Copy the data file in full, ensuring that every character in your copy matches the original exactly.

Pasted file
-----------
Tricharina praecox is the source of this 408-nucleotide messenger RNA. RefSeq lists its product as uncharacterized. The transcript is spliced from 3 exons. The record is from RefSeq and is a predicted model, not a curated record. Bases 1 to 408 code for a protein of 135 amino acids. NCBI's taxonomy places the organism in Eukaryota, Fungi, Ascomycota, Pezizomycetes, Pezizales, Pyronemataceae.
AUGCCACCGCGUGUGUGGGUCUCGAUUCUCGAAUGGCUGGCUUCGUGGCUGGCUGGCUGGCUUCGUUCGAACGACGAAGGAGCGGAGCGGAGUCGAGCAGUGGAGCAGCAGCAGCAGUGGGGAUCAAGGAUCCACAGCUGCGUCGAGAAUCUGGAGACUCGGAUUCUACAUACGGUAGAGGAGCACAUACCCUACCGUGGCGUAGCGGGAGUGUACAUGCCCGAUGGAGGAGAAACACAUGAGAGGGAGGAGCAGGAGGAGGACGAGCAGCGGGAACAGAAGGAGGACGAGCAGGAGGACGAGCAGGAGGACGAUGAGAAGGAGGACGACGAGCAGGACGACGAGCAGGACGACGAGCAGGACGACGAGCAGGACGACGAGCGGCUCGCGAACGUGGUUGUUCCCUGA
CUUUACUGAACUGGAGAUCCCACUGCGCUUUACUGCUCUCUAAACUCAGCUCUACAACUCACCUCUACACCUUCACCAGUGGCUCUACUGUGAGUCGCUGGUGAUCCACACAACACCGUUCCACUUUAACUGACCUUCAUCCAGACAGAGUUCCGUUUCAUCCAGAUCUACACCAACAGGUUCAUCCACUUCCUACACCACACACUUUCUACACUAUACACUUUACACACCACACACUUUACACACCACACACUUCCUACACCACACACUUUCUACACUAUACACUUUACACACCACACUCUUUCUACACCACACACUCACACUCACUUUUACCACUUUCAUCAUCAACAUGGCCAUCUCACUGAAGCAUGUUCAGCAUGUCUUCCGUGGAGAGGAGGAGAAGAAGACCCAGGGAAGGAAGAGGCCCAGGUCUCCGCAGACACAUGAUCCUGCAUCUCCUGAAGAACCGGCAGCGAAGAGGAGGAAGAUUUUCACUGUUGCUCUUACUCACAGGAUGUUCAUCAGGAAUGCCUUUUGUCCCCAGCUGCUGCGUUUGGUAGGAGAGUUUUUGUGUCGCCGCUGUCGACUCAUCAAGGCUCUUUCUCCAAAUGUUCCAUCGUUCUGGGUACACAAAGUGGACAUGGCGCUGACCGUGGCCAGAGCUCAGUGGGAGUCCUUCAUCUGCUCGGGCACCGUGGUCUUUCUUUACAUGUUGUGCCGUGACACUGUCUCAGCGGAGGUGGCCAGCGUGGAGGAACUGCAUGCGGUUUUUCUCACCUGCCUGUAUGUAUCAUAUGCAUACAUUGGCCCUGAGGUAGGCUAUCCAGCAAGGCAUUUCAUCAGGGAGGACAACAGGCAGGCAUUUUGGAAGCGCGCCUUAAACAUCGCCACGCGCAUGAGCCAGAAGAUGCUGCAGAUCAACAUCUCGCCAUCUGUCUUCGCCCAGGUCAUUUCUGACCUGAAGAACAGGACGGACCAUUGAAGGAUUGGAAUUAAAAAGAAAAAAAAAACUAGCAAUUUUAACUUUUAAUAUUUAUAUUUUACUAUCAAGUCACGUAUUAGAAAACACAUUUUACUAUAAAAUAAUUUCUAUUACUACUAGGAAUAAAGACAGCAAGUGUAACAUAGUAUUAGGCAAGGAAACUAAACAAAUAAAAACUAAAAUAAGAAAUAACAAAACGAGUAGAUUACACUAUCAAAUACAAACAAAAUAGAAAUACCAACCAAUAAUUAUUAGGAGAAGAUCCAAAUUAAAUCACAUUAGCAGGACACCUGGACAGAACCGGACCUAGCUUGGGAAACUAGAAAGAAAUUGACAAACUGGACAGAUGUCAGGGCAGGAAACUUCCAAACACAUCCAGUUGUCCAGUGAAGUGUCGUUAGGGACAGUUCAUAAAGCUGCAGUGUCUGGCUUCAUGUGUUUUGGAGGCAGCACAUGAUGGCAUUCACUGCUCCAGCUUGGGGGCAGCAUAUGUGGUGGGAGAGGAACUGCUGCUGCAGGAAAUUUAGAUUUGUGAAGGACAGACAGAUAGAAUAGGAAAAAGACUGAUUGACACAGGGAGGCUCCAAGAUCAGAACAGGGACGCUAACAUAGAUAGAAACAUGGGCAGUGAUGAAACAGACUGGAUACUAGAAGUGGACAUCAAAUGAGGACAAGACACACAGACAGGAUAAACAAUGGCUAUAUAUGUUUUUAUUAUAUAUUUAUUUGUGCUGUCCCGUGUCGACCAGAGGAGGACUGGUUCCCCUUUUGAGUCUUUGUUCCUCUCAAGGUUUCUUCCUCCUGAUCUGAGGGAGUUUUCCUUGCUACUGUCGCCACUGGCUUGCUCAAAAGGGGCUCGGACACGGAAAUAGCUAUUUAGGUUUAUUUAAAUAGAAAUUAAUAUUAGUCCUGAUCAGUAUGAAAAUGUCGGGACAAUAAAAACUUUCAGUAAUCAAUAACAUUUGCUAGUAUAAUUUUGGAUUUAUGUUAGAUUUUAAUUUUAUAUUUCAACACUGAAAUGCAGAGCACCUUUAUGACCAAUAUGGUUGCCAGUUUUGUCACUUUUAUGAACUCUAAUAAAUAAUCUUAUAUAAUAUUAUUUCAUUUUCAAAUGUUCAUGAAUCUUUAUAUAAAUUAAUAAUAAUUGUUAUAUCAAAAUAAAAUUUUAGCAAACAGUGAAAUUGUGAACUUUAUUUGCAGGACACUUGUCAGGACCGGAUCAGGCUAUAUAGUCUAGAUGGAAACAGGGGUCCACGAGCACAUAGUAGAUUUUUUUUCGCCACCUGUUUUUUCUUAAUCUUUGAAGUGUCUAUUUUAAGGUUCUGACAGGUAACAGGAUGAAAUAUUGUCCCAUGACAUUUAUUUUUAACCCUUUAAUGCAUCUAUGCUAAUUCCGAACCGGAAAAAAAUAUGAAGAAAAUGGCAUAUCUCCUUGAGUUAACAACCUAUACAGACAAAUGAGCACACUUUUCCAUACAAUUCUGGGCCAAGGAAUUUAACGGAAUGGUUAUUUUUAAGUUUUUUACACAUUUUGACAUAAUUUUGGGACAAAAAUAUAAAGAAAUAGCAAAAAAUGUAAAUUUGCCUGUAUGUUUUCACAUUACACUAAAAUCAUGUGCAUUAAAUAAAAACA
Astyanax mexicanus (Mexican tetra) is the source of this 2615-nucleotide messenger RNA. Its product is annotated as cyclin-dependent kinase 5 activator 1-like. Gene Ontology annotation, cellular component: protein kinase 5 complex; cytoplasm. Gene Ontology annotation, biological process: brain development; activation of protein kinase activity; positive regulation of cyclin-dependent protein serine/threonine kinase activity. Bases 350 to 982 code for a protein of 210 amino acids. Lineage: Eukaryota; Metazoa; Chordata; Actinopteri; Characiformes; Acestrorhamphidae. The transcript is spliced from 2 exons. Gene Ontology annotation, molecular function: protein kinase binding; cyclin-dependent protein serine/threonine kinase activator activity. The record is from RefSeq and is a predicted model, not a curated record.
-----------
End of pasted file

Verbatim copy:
Tricharina praecox is the source of this 408-nucleotide messenger RNA. RefSeq lists its product as uncharacterized. The transcript is spliced from 3 exons. The record is from RefSeq and is a predicted model, not a curated record. Bases 1 to 408 code for a protein of 135 amino acids. NCBI's taxonomy places the organism in Eukaryota, Fungi, Ascomycota, Pezizomycetes, Pezizales, Pyronemataceae.
AUGCCACCGCGUGUGUGGGUCUCGAUUCUCGAAUGGCUGGCUUCGUGGCUGGCUGGCUGGCUUCGUUCGAACGACGAAGGAGCGGAGCGGAGUCGAGCAGUGGAGCAGCAGCAGCAGUGGGGAUCAAGGAUCCACAGCUGCGUCGAGAAUCUGGAGACUCGGAUUCUACAUACGGUAGAGGAGCACAUACCCUACCGUGGCGUAGCGGGAGUGUACAUGCCCGAUGGAGGAGAAACACAUGAGAGGGAGGAGCAGGAGGAGGACGAGCAGCGGGAACAGAAGGAGGACGAGCAGGAGGACGAGCAGGAGGACGAUGAGAAGGAGGACGACGAGCAGGACGACGAGCAGGACGACGAGCAGGACGACGAGCAGGACGACGAGCGGCUCGCGAACGUGGUUGUUCCCUGA
CUUUACUGAACUGGAGAUCCCACUGCGCUUUACUGCUCUCUAAACUCAGCUCUACAACUCACCUCUACACCUUCACCAGUGGCUCUACUGUGAGUCGCUGGUGAUCCACACAACACCGUUCCACUUUAACUGACCUUCAUCCAGACAGAGUUCCGUUUCAUCCAGAUCUACACCAACAGGUUCAUCCACUUCCUACACCACACACUUUCUACACUAUACACUUUACACACCACACACUUUACACACCACACACUUCCUACACCACACACUUUCUACACUAUACACUUUACACACCACACUCUUUCUACACCACACACUCACACUCACUUUUACCACUUUCAUCAUCAACAUGGCCAUCUCACUGAAGCAUGUUCAGCAUGUCUUCCGUGGAGAGGAGGAGAAGAAGACCCAGGGAAGGAAGAGGCCCAGGUCUCCGCAGACACAUGAUCCUGCAUCUCCUGAAGAACCGGCAGCGAAGAGGAGGAAGAUUUUCACUGUUGCUCUUACUCACAGGAUGUUCAUCAGGAAUGCCUUUUGUCCCCAGCUGCUGCGUUUGGUAGGAGAGUUUUUGUGUCGCCGCUGUCGACUCAUCAAGGCUCUUUCUCCAAAUGUUCCAUCGUUCUGGGUACACAAAGUGGACAUGGCGCUGACCGUGGCCAGAGCUCAGUGGGAGUCCUUCAUCUGCUCGGGCACCGUGGUCUUUCUUUACAUGUUGUGCCGUGACACUGUCUCAGCGGAGGUGGCCAGCGUGGAGGAACUGCAUGCGGUUUUUCUCACCUGCCUGUAUGUAUCAUAUGCAUACAUUGGCCCUGAGGUAGGCUAUCCAGCAAGGCAUUUCAUCAGGGAGGACAACAGGCAGGCAUUUUGGAAGCGCGCCUUAAACAUCGCCACGCGCAUGAGCCAGAAGAUGCUGCAGAUCAACAUCUCGCCAUCUGUCUUCGCCCAGGUCAUUUCUGACCUGAAGAACAGGACGGACCAUUGAAGGAUUGGAAUUAAAAAGAAAAAAAAAACUAGCAAUUUUAACUUUUAAUAUUUAUAUUUUACUAUCAAGUCACGUAUUAGAAAACACAUUUUACUAUAAAAUAAUUUCUAUUACUACUAGGAAUAAAGACAGCAAGUGUAACAUAGUAUUAGGCAAGGAAACUAAACAAAUAAAAACUAAAAUAAGAAAUAACAAAACGAGUAGAUUACACUAUCAAAUACAAACAAAAUAGAAAUACCAACCAAUAAUUAUUAGGAGAAGAUCCAAAUUAAAUCACAUUAGCAGGACACCUGGACAGAACCGGACCUAGCUUGGGAAACUAGAAAGAAAUUGACAAACUGGACAGAUGUCAGGGCAGGAAACUUCCAAACACAUCCAGUUGUCCAGUGAAGUGUCGUUAGGGACAGUUCAUAAAGCUGCAGUGUCUGGCUUCAUGUGUUUUGGAGGCAGCACAUGAUGGCAUUCACUGCUCCAGCUUGGGGGCAGCAUAUGUGGUGGGAGAGGAACUGCUGCUGCAGGAAAUUUAGAUUUGUGAAGGACAGACAGAUAGAAUAGGAAAAAGACUGAUUGACACAGGGAGGCUCCAAGAUCAGAACAGGGACGCUAACAUAGAUAGAAACAUGGGCAGUGAUGAAACAGACUGGAUACUAGAAGUGGACAUCAAAUGAGGACAAGACACACAGACAGGAUAAACAAUGGCUAUAUAUGUUUUUAUUAUAUAUUUAUUUGUGCUGUCCCGUGUCGACCAGAGGAGGACUGGUUCCCCUUUUGAGUCUUUGUUCCUCUCAAGGUUUCUUCCUCCUGAUCUGAGGGAGUUUUCCUUGCUACUGUCGCCACUGGCUUGCUCAAAAGGGGCUCGGACACGGAAAUAGCUAUUUAGGUUUAUUUAAAUAGAAAUUAAUAUUAGUCCUGAUCAGUAUGAAAAUGUCGGGACAAUAAAAACUUUCAGUAAUCAAUAACAUUUGCUAGUAUAAUUUUGGAUUUAUGUUAGAUUUUAAUUUUAUAUUUCAACACUGAAAUGCAGAGCACCUUUAUGACCAAUAUGGUUGCCAGUUUUGUCACUUUUAUGAACUCUAAUAAAUAAUCUUAUAUAAUAUUAUUUCAUUUUCAAAUGUUCAUGAAUCUUUAUAUAAAUUAAUAAUAAUUGUUAUAUCAAAAUAAAAUUUUAGCAAACAGUGAAAUUGUGAACUUUAUUUGCAGGACACUUGUCAGGACCGGAUCAGGCUAUAUAGUCUAGAUGGAAACAGGGGUCCACGAGCACAUAGUAGAUUUUUUUUCGCCACCUGUUUUUUCUUAAUCUUUGAAGUGUCUAUUUUAAGGUUCUGACAGGUAACAGGAUGAAAUAUUGUCCCAUGACAUUUAUUUUUAACCCUUUAAUGCAUCUAUGCUAAUUCCGAACCGGAAAAAAAUAUGAAGAAAAUGGCAUAUCUCCUUGAGUUAACAACCUAUACAGACAAAUGAGCACACUUUUCCAUACAAUUCUGGGCCAAGGAAUUUAACGGAAUGGUUAUUUUUAAGUUUUUUACACAUUUUGACAUAAUUUUGGGACAAAAAUAUAAAGAAAUAGCAAAAAAUGUAAAUUUGCCUGUAUGUUUUCACAUUACACUAAAAUCAUGUGCAUUAAAUAAAAACA
Astyanax mexicanus (Mexican tetra) is the source of this 2615-nucleotide messenger RNA. Its product is annotated as cyclin-dependent kinase 5 activator 1-like. Gene Ontology annotation, cellular component: protein kinase 5 complex; cytoplasm. Gene Ontology annotation, biological process: brain development; activation of protein kinase activity; positive regulation of cyclin-dependent protein serine/threonine kinase activity. Bases 350 to 982 code for a protein of 210 amino acids. Lineage: Eukaryota; Metazoa; Chordata; Actinopteri; Characiformes; Acestrorhamphidae. The transcript is spliced from 2 exons. Gene Ontology annotation, molecular function: protein kinase binding; cyclin-dependent protein serine/threonine kinase activator activity. The record is from RefSeq and is a predicted model, not a curated record.